Outside the EU
Exports and imports are regulated mainly by the Act on Economic Relations with Foreign Countries and the Act on State Support for Export Insurance and Finance.
State support for exports
The main strategic document on state support for Czech businesses is the Export Strategy.
State support for exports also includes the concept of priority countries for Czech exports, which is regarded as a useful instrument for effectively focusing the export support resources of the state.
When entering a new market, potential entrepreneurs should pay attention to the following: information on export opportunities, the representation of the home state in the given country, local economic situation, financial and tax sector, labour market, investment, employment opportunities, political orientation of the country, information on competitors and requirements regarding export products.
The foreign trade statistics include the activities of all businesses involved in exports and imports in the form of the trade in goods. The foreign trade information is sourced from data obtained by the customs authorities.
Data collection and primary checks are performed by the Customs Administration of the Czech Republic, while further processing, checks and the subsequent publication of data are performed by the Czech Statistical Office.
Since the Czech Republic joined the EU, the results have been produced by merging the data from two systems (Intrastat and Extrastat). Through Intrastat reports, data on trade with EU states is obtained directly from companies (recipients and shippers of goods) in relation to VAT data. For other countries the source of the data is customs declarations (unified administration documents).
Importers must perform a number of tasks in connection with imports of goods. "Import" means the entry of goods from third countries into the Community's customs regime. For the purposes of importing, "goods" are understood to mean all tangible goods and also electrical energy.
When importing goods it is first of all necessary to clear the goods properly through customs (to place the goods under the appropriate customs procedure) with the help of the Customs Authority and to pay the customs duties. All of the documents necessary for clearing the goods must be presented to the customs authority (e.g. an invoice confirming the purchase and price of the goods, certificates and licences where the goods are subject to prohibitions or restrictions, transport documents, certificates of origin) and a Customs Declaration filled out on a UAD (Unified Administration Document).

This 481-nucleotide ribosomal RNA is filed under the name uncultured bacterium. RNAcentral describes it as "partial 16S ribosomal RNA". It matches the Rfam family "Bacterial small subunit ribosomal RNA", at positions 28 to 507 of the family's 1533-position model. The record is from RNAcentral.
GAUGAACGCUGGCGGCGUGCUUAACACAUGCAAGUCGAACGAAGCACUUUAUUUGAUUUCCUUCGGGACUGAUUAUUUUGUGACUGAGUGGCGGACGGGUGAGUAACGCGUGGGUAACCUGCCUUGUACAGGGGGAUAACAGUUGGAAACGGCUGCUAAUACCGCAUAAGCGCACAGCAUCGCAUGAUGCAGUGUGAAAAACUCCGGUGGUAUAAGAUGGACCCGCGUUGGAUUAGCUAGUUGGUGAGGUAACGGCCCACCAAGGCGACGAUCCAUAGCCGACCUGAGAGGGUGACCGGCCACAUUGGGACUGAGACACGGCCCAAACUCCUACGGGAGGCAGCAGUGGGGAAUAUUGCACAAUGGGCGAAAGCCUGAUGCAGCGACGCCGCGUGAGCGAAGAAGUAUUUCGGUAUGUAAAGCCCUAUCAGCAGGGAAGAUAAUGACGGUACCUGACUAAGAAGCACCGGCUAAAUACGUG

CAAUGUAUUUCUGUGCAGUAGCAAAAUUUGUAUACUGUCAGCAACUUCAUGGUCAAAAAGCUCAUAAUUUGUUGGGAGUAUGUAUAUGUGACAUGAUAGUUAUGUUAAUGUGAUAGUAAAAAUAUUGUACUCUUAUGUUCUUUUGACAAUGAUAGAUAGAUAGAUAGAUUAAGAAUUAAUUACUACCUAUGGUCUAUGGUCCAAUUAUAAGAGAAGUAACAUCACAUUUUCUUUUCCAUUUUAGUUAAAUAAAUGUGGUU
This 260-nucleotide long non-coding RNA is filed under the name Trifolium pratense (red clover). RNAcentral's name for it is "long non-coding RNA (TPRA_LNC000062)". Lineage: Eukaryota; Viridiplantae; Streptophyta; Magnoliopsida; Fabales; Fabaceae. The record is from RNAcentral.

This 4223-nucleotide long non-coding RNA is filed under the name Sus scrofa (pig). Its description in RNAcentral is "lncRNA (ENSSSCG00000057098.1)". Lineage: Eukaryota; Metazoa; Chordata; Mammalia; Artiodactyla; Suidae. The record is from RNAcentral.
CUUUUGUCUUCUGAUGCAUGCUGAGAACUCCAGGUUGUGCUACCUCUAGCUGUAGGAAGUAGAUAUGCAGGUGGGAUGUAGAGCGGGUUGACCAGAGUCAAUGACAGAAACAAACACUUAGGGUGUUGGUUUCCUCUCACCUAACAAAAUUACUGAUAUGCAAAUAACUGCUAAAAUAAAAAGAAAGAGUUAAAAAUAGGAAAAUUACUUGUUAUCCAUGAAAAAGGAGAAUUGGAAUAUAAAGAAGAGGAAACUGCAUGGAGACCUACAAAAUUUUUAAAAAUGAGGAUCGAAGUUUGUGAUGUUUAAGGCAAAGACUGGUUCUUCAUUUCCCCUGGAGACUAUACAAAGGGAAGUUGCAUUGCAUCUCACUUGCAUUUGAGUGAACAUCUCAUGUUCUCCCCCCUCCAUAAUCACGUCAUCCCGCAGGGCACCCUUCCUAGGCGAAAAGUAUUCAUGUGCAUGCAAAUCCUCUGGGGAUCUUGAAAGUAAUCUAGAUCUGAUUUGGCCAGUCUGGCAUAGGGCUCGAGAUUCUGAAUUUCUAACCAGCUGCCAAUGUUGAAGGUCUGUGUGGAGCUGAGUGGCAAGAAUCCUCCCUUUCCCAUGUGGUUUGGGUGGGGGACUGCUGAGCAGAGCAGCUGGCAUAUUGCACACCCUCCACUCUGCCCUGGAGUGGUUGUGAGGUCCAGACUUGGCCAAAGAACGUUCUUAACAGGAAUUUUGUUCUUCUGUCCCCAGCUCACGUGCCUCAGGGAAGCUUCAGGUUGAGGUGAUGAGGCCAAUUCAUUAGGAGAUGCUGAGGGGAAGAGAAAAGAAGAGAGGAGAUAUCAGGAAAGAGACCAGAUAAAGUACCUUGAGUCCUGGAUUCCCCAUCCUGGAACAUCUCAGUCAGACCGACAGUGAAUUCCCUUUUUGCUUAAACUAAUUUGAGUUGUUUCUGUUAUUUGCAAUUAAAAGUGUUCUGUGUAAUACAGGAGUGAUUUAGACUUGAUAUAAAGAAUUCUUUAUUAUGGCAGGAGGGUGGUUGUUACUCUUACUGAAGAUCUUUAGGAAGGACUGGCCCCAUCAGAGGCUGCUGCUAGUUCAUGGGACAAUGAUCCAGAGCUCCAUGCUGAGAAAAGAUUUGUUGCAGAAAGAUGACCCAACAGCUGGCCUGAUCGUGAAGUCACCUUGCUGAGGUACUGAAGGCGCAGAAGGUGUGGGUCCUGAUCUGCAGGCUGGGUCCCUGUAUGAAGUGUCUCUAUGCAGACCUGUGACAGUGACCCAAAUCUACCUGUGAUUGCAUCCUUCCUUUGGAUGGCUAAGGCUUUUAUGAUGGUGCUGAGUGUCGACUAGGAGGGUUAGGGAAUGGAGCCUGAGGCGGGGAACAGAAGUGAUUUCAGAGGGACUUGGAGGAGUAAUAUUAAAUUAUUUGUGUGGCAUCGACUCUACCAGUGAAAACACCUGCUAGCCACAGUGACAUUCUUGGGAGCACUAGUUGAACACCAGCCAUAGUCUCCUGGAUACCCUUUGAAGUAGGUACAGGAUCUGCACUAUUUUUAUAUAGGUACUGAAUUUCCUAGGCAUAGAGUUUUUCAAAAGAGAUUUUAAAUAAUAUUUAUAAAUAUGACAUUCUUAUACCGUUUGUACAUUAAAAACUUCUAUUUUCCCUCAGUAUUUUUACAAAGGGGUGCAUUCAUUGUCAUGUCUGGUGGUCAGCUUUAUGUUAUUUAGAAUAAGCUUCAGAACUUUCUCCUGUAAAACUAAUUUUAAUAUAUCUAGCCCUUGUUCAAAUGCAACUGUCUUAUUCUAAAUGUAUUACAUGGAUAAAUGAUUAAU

It is now possible (in most cases) to submit customs declarations electronically by exchanging structured data messages. This involves electronic communications between the computer systems of the various legal entities (importers) and the e-Dovoz system of the Czech Customs Administration via communications networks. The messages transmitted must conform to a pre-determined format and it must also be ensured that the identification of the sender is unambiguous and that the contents of the transmitted reports cannot be repudiated and cannot be edited. For the electronic communications it is necessary to have the Communication Parameters and a Customs Authority Electronic Communications Permit. Details of the electronic submission of customs declarations can be found on the website of the Customs Administration of the Czech Republic.
The actual terms and conditions of customs procedures are governed by EU customs regulations, in particular the Community Customs Code and the implementing legislation for the Community Customs Code. Customs duty is then assessed by the customs authority on the basis of the appropriate customs rate set out in the Common Customs Tariff of the EU, which varies for different types of goods.
The specific level of a customs tariff can be checked in the Common Customs Tariff of the EU on the website of the Customs Administration of the Czech Republic.
The MIT Licensing Authority is the unit of the Ministry of Industry and Trade (MIT) of the Czech Republic responsible for the management and performance of activities relating to the application of the licensing regime in the area of economic relations with foreign countries.
Companies considering expansion may access a database of global export opportunities.
The following governmental and non-governmental institutions and web portals offer further information and useful services related to doing business abroad and exporting products and services.
Export insurance is offered by the Export Guarantee and Insurance Company (EGAP).
Information on export duties is available on the website of the Customs Administration of the Czech Republic, or through the TARIC system.
On the pages of the Official Portal for Business and Exports useful information is available concerning imports and exports:
The protection of intellectual property (also from an international perspective) in handled in the Czech Republic by the Industrial Property Office.
Information on the protection of intellectual property is also provided by the Chamber of Commerce of the Czech Republic.
Information on commerce-related political measures:
Information on the foreign trade in services is available on:
State export support services, provided through the Ministry of Industry and Trade, the pro-export agency CzechTrade, the Czech Export Bank and the Export Guarantee and Insurance Company:
The Ministry of Industry and Trade sponsors a number of support projects for Czech exports and business abroad.
The trade and economic sections of Czech representations abroad deal with the support of national bodies and institutions when developing bilateral contacts, preparing national statements and background materials, submitting and exchanging information, lobbying when pursuing priority interests and developing economic cooperation.